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Islanders 4 (EN), Avalanche 1: Power play awakens, Hickey and Nelson injured

The Islanders bored the Avalanche to death in an ideal Trotzian road win, save for injury concerns

NHL: New York Islanders at Colorado Avalanche
“Had to get my goal before everyone fell asleep.”
Ron Chenoy-USA TODAY Sports

The New York Islanders began a critical pre-Christmas four-game road trip on the right foot, getting a late first-period lead and then sucking the life out of the Colorado Avalanche on the way to a 4-1 win in Denver.

They may have lost Brock Nelson — kneed by Ian Cole in the second, not to return — and Thomas Hickey — he left the game after a crash into the boards, and the Isles have a back-to-back — but otherwise things proceeded according to plan as they kept the Avalanche’s top line off the (even strength) scoreboard and got a virtually unprecedented two goals from the power play to provide the non-empty-net margin of victory.

Game Sum | Event Sum | Corsica | Natural Stat Trick | HockeyViz]

First Period: Cutting down the tallest tree with a herring

The first period was a perfectly Trotzian snoozefest: The Islanders made smart little chips to space, safe dump-ins at perfectly appropriate times, and lovely suburban funneling plays toward the net.

Each goalie had to make a couple of top-notch saves when play broke down — on Isles chances, Jordan Eberle was robbed at the doorstep on a good push across by Semyon Varlamov, while Varlamov was helped by Nikita Zadorov’s reach to defuse a Josh Ho-Sang partial breakaway.

The Avalanche’s terrifying top line created discomfort with their speed, but the Islanders defense did enough to keep them to off the board. Thomas Hickey was the first early target, having to get on his horse to at least angle Nathan MacKinnon behind the net (where he attempted a wraparound) after MacKinnon got the puck with a full head of steam.

All told, each defensive pair got a share of time against that line, while the Nelson and Cizikas lines handled duties up front.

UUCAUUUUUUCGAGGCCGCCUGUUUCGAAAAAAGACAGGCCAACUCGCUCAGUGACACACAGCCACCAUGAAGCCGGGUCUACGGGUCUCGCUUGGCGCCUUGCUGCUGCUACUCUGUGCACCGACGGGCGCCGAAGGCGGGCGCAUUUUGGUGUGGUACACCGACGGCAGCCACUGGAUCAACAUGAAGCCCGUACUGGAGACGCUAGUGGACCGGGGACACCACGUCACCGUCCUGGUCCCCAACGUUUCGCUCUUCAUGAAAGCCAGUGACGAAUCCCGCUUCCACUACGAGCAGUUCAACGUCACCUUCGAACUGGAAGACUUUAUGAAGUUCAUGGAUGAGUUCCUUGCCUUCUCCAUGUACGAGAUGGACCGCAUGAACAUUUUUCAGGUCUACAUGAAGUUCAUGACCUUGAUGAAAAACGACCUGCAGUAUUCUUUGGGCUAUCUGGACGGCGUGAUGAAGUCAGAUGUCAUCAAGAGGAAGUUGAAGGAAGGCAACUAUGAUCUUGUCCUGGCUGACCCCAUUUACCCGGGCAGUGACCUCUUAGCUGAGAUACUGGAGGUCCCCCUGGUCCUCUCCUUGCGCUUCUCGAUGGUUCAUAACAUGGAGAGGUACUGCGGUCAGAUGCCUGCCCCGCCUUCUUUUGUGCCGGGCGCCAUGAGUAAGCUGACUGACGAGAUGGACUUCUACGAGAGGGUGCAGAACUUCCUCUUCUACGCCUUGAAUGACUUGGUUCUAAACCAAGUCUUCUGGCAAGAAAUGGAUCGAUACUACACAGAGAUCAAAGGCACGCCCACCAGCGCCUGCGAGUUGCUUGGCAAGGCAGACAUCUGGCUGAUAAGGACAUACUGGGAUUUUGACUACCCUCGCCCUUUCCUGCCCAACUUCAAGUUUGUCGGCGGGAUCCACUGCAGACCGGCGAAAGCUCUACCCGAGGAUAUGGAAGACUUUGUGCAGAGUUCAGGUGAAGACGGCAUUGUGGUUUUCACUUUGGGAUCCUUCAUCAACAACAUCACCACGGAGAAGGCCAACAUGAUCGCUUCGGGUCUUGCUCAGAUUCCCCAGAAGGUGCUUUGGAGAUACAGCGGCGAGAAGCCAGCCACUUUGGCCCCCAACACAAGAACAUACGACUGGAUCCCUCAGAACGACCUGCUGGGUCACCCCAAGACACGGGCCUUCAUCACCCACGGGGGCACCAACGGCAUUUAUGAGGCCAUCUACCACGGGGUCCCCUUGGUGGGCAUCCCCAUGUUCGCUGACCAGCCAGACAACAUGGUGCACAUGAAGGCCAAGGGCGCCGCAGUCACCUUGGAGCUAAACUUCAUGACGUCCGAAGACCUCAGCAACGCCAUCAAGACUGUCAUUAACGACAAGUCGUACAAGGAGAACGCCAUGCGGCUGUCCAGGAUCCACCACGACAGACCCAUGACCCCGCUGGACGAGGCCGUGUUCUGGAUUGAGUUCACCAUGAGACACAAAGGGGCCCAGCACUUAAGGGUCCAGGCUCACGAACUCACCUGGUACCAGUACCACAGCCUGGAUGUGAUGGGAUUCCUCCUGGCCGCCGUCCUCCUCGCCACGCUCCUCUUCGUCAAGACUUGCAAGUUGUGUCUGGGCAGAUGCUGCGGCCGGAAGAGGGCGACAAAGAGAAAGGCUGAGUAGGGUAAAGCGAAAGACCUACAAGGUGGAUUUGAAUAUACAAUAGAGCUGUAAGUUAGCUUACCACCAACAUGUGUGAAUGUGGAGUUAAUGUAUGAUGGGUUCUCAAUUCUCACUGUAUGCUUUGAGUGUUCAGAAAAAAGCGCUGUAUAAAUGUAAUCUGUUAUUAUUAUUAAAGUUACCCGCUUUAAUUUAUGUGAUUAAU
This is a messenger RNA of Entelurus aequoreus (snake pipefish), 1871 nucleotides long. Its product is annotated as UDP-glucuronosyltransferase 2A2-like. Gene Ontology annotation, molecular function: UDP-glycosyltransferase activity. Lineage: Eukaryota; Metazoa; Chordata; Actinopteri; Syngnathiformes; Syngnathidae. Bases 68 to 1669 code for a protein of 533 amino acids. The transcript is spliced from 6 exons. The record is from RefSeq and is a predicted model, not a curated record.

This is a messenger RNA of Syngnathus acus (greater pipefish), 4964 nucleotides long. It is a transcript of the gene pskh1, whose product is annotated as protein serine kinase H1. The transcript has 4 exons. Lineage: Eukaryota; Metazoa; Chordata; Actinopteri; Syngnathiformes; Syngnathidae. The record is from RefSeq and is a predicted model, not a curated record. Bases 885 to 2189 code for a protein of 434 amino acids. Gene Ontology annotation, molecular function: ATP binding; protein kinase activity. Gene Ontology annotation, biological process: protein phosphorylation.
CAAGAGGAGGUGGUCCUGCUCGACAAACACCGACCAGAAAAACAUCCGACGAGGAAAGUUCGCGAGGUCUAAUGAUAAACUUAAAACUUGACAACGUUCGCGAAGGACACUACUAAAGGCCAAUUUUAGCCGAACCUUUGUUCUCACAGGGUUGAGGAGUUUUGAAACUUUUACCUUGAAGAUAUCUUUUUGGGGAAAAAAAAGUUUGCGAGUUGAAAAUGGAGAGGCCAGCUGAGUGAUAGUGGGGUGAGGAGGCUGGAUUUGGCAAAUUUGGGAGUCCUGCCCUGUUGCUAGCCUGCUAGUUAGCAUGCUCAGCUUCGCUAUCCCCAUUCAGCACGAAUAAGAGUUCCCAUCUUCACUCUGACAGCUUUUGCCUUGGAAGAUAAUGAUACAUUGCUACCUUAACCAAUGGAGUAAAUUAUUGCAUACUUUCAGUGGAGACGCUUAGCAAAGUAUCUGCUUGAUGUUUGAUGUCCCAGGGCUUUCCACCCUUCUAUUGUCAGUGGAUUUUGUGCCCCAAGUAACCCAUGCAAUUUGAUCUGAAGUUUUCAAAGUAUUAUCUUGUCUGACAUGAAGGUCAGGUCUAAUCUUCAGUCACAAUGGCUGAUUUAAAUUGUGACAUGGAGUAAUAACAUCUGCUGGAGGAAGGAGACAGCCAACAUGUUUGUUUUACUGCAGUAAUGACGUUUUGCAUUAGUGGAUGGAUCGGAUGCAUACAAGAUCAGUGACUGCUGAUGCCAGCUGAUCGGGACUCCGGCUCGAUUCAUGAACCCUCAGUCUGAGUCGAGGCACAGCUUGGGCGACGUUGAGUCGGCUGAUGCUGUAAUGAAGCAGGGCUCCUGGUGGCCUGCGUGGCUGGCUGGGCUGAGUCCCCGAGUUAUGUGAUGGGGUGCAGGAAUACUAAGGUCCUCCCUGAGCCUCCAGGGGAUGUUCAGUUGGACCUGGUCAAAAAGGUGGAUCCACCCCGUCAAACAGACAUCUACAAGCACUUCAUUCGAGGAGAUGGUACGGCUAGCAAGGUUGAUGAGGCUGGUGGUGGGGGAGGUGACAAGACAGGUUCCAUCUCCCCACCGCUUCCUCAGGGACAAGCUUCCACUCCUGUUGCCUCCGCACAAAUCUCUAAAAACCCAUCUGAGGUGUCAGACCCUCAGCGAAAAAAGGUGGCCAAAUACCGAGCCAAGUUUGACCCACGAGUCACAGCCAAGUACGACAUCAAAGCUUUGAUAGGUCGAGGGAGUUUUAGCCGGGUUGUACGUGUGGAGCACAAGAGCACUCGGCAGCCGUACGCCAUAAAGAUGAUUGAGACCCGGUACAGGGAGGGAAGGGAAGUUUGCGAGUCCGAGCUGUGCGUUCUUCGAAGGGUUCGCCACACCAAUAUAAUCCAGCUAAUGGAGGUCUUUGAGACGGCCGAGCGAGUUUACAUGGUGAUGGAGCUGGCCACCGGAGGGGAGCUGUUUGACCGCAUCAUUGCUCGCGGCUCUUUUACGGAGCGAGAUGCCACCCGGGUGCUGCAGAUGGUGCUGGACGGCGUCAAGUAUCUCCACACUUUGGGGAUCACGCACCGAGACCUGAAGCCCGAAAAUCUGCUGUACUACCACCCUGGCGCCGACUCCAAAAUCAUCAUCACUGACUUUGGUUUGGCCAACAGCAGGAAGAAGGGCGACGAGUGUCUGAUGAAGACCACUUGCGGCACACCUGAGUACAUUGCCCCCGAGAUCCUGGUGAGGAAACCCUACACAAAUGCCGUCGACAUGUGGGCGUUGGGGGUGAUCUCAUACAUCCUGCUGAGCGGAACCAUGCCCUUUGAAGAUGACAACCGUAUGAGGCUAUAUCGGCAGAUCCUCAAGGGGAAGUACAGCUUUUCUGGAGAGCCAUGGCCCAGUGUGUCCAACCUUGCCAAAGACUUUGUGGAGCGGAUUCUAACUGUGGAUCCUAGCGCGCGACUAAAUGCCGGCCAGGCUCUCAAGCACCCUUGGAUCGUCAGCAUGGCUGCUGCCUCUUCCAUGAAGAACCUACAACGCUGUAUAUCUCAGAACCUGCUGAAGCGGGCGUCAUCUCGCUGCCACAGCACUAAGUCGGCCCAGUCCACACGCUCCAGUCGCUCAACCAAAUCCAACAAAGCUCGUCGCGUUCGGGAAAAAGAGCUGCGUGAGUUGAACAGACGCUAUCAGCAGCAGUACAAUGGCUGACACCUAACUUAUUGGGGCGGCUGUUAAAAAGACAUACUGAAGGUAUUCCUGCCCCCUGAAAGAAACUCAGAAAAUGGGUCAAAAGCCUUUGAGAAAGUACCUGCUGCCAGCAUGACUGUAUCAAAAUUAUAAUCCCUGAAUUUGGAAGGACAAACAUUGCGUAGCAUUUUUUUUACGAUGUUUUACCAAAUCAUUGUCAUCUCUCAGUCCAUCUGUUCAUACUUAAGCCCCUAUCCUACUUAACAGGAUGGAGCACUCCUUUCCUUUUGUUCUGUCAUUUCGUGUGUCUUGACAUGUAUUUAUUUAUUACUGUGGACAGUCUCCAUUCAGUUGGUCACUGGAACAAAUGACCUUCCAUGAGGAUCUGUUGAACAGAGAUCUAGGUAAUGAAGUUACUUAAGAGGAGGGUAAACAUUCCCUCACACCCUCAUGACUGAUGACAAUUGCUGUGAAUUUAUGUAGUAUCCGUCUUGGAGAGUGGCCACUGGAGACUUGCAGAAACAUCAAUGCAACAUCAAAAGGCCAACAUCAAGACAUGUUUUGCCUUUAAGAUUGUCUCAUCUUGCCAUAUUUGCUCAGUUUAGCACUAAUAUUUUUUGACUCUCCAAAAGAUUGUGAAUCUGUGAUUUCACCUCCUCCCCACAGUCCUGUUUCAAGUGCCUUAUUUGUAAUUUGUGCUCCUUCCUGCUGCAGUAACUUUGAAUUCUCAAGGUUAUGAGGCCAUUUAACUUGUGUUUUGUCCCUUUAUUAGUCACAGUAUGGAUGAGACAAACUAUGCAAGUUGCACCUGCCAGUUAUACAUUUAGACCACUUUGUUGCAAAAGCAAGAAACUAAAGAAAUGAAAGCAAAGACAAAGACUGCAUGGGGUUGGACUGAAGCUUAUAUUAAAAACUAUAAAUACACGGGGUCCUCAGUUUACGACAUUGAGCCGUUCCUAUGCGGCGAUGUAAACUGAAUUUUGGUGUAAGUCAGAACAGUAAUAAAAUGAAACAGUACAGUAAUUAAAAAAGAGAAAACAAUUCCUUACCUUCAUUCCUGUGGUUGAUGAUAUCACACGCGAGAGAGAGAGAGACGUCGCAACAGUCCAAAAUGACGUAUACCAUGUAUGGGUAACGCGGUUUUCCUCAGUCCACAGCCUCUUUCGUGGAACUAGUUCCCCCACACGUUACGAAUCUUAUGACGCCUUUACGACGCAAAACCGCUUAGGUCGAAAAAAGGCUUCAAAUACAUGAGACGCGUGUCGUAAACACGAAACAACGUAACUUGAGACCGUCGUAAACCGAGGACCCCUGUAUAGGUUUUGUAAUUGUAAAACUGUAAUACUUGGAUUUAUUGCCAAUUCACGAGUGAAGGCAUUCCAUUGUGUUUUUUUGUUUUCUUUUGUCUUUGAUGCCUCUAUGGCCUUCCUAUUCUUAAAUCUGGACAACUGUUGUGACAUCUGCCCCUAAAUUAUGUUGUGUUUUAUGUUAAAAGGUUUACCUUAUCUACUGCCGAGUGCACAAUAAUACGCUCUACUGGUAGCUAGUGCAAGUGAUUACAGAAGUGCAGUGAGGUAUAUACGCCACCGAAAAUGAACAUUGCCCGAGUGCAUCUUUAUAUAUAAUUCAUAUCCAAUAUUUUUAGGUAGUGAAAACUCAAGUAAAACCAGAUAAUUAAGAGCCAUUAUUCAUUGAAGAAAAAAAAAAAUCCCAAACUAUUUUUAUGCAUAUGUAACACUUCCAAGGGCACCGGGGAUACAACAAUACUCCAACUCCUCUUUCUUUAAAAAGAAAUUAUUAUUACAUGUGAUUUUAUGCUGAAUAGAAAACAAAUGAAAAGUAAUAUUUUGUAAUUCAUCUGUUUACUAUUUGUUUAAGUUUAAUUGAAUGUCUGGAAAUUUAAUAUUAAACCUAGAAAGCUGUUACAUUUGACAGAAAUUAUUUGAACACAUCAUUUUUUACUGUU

The Islanders completely whiffed on the period’s only power play — from a horrible call on Mikko Rantanen for shoving Anders Lee over — giving the Avalanche the better look during the two-man advantage. (And Mathew Barzal survived a full on groin-racking early in the shift.) But they got the period’s lone goal soon after when Eberle connected with a perfectly chipped Brock Nelson pass from the corner.

Second Period: Uh-oh, dad* is drunk (*the refs)

The second period was dominated by a curious and nonstop exchange of penalties that made more than half the period played at 5-on-4.

The Islanders drew the first call just 17 seconds into the period, which — man, what a boon that would be if the power play could cash in with anything nearing regularity... {foreshadowing}

Lee drew the call via Tyson Barrie’s new-NHL holding infraction on Lee’s outside rush toward the net.

Barzal rang a shot off the post from the low slot on the best chance from the first unit. After Ryan Pulock made a very solid play to break up a shorthanded rush, Johnny Boychuk cashed in for the second unit with just 10 seconds remaining in the man advantage.

The Avalanche got one back on the power play, a penalty drawn after their top line pressed the issue and forced a couple of Islanders icings. Pulock was whistled for crosschecking Rantanen as he wrapped around the net. Gabriel Landeskog got the goal by deflecting an intentionally wide Barrie shot in around Thomas Greiss.

The top line had a straight up 3-on-1 after Nick Leddy ran into traffic inside their blueline, but Boychuk saved the day with a perfectly timed drop to the ice to block Landeskog’s pass attempt. With the puck still in the Isles zone, Landeskog played the puck when his substitute had already come on the ice, causing a too many men on the ice penalty.